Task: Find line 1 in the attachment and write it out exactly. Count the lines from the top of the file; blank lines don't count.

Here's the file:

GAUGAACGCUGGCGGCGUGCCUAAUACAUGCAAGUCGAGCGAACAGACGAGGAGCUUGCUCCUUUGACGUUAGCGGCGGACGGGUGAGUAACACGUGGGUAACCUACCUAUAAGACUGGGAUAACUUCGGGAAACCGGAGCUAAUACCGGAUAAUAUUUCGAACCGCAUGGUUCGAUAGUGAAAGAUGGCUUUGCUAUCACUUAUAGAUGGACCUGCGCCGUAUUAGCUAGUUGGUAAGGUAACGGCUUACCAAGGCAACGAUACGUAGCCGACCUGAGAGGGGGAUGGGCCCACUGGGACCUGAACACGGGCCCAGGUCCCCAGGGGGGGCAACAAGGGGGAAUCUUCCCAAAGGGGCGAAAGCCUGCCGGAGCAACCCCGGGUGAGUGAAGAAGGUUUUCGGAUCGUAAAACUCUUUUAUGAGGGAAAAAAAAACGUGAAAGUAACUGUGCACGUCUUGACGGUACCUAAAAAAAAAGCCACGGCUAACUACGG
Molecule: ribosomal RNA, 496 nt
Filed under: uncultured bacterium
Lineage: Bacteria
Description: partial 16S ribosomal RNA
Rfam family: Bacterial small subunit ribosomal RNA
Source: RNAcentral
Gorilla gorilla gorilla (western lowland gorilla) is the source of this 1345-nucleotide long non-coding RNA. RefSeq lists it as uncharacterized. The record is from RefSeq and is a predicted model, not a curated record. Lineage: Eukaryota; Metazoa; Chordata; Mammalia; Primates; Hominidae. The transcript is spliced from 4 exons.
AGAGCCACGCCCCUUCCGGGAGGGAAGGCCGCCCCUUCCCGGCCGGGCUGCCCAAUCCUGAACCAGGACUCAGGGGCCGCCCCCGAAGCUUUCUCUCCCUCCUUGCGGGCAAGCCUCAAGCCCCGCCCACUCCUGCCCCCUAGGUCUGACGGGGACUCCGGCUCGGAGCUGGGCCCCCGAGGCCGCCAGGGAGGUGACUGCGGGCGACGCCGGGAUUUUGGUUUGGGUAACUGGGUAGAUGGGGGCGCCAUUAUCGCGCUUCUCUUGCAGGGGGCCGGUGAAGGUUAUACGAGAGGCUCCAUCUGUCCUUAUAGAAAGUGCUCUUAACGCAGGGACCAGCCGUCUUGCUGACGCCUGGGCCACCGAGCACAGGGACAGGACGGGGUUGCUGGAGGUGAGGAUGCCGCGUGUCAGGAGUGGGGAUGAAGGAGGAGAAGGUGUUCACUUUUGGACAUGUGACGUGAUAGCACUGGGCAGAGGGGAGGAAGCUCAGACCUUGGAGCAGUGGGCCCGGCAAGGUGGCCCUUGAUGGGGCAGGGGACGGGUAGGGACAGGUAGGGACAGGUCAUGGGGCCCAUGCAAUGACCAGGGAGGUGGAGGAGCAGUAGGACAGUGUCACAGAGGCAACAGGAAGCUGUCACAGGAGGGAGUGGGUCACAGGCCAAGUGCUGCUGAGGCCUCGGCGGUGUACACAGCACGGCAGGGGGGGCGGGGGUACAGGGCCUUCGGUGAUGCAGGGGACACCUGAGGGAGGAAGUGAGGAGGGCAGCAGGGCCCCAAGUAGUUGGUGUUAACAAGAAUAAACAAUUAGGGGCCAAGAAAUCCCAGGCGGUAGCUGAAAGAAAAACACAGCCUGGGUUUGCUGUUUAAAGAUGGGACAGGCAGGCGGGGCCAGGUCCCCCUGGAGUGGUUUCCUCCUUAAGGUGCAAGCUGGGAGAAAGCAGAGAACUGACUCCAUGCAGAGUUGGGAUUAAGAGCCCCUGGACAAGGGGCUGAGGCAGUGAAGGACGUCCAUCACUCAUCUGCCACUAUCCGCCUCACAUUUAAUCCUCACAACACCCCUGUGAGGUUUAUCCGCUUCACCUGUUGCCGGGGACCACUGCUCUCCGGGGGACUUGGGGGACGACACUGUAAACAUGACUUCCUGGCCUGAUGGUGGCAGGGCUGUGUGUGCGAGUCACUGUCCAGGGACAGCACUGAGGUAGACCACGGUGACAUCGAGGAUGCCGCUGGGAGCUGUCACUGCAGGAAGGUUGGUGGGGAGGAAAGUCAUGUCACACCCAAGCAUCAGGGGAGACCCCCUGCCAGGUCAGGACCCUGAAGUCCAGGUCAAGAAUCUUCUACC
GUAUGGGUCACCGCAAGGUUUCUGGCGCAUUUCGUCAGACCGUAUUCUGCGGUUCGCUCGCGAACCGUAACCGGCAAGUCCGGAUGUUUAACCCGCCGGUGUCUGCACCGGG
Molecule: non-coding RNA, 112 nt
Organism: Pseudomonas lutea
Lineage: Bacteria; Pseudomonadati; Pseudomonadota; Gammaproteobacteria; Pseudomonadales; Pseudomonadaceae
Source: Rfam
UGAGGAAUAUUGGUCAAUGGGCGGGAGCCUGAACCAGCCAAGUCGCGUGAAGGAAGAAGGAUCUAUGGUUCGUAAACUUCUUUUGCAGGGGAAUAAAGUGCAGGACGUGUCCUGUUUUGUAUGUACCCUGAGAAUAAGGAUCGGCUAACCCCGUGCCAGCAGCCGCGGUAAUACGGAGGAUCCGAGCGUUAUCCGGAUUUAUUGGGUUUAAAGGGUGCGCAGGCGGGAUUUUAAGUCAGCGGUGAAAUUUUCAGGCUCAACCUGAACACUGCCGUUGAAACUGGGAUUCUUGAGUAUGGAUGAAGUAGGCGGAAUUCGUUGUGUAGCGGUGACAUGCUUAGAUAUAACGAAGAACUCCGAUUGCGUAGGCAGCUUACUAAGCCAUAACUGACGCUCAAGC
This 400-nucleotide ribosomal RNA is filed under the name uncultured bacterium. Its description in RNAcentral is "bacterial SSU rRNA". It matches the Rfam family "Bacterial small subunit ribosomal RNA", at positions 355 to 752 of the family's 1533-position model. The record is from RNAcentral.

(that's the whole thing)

GAUGAACGCUGGCGGCGUGCCUAAUACAUGCAAGUCGAGCGAACAGACGAGGAGCUUGCUCCUUUGACGUUAGCGGCGGACGGGUGAGUAACACGUGGGUAACCUACCUAUAAGACUGGGAUAACUUCGGGAAACCGGAGCUAAUACCGGAUAAUAUUUCGAACCGCAUGGUUCGAUAGUGAAAGAUGGCUUUGCUAUCACUUAUAGAUGGACCUGCGCCGUAUUAGCUAGUUGGUAAGGUAACGGCUUACCAAGGCAACGAUACGUAGCCGACCUGAGAGGGGGAUGGGCCCACUGGGACCUGAACACGGGCCCAGGUCCCCAGGGGGGGCAACAAGGGGGAAUCUUCCCAAAGGGGCGAAAGCCUGCCGGAGCAACCCCGGGUGAGUGAAGAAGGUUUUCGGAUCGUAAAACUCUUUUAUGAGGGAAAAAAAAACGUGAAAGUAACUGUGCACGUCUUGACGGUACCUAAAAAAAAAGCCACGGCUAACUACGG